After two years of my first identified episode of ‘depression’ I’ve come to the realisation that I have merely been bobbing along through life, but (and it’s a big but) I haven’t sank. I have been staying afloat, on the surface I am fine but underneath I am panicking – similar to a swan on stormy water things can quickly change with an unexpected trigger. Negative thought patterns occur and in consequence my emotions become uncontrollable. I have to say, it feels like the first time since I was 20 that I have gained a little clarity on my recovery journey so far, but by no means have I found a long term ‘fix’, I’m not even sure that exists.
Hindsight can be an amazing thing, and upon reflection I feel I delayed recognition of my depression and in particular my anxiety. I was lead to believe that my excessive worry was normal, that this is “just the way I am” I was “born this way and there’s not much I can do about it”, it’s fine to worry and have panic attacks before sleep…I’m not sure if this was through embarrassment or genuine misunderstanding – when I first took my medicine I told myself that I was taking this medication due to a physical imbalance in my brain chemical of serotonin. I wasn’t insane. I tried used self-help books and I rationalised and told myself everyone needs to find a little peace in this frantic world we live in. I wasn’t mad.
I was offered a course of CBT, (Cognitive behavioural therapy), and I hated it, I felt so uncomfortable and almost ashamed to converse with strangers about my inner struggles and anxieties. I didn’t want to speak about my emotions openly, allowing for judgement and possible self-fulfilment.
I think my break through moment was when I said “I just want to be me again” and sobbed to my therapist – there was snot and mascara everywhere…but she didn’t flinch. I recognised then and there that I was/am right, that I shouldn’t be labelled as mad or insane because I am neither of those things, I am simply suffering from a ‘mental illness’ and that’s ok.
It’s an illness that has been differentiated from a physical one, such as asthma or epilepsy/ Mental illness has a cemented stigma attached to it within society. This stigma can prevent talking openly, education and aid. The attitudes within our society put physical illness about a mental illness as it’s seen as normal or more acceptable. A physical illness gains more support, sympathy and sensitivity from anyone and everyone. But most of all it’s an illness that allows for the tools of recovery, with easily accessible treatments at a faster and more successful rate.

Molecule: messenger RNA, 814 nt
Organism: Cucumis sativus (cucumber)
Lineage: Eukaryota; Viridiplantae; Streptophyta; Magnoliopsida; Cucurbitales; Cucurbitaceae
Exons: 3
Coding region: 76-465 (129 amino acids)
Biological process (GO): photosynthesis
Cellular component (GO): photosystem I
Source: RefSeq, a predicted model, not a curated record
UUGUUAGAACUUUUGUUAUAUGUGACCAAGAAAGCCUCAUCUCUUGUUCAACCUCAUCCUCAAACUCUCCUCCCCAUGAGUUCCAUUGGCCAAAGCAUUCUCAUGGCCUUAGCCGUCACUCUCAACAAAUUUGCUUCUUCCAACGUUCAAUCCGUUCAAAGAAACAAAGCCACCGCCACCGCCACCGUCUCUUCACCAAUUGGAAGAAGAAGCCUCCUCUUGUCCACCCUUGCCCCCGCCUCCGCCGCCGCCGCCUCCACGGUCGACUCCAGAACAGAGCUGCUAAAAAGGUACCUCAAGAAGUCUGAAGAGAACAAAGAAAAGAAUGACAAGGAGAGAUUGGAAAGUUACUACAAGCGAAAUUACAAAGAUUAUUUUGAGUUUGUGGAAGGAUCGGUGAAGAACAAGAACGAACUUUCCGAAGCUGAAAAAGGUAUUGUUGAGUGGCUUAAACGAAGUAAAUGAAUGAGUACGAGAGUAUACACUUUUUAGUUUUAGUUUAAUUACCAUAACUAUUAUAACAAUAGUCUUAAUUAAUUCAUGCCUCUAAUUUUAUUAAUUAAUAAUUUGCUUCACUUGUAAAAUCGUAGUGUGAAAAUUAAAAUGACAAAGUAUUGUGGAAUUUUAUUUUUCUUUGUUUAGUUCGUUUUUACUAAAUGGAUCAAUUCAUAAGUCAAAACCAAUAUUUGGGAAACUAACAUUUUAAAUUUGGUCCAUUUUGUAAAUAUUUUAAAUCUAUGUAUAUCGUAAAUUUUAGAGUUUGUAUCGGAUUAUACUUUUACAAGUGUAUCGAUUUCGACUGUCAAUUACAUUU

I believe that with mental illness, due to the lack of understanding or the inability to ‘rationalise’ the illness without visible facts, it often creates a label of ‘abnormality’ of a person, simply due to ignorance. So, why if our illness occurs in mind is it regarded as somewhat of a taboo to discuss and vocalise, whatever the aim of conversation? Is it simply due to people’s perception of a physical illness being real and a mental illness not? Or is it due to the historic representation of the ‘mentally insane’? It’s a question that can never be answered fully, but I, personally, can only assume that the miseducation of the past and present, has attached a label of abnormality to the illness.
With an ‘abnormal’ connotation attached to any action, thought, or emotion, the human psyche innately begins to feel, shame, embarrassment and guilt; sometimes I feel all of these things when discussing my depression or anxiety. It’s a connotation that creates isolation for many people within society, preventing the ability to gain help, speak out and eventually make progress in their personal recovery. We’ve labelled and segregated people in need, we’ve made people feel that it’s abnormal to be ill, we’ve made people feel ashamed to be the person they are. We’ve created demoralising and discriminatory attitudes towards a person in need, solely due to where the illness had a occurred in the body, an illness that has developed involuntarily. We need to educate ourselves and understand that it doesn’t matter where biologically in the body an illness occurs, the effects on the soul are just as detrimental and damaging.
Throughout my own personal journey, I began by holding negative attitudes and thoughts, I have inadvertently discriminated against my own mental illness. But, I have realised the damaging effects this has and can have on myself. I have realised I am a human, with thoughts, feeling and emotions, I’m not a robot. I have an illness, I am not the illness. And as with any illness, it is simply a glitch, a bump in the road, the wind in a storm. And as with any obstacle, you can overcome it, with the right tools, support and actions.
We have to work together to spread the word, not to cause argument or animosity between one another, but to educate because a lot of people do want to learn but are simply too afraid to ask.
Your mental illness does not define you – it is simply part of you that you can live with.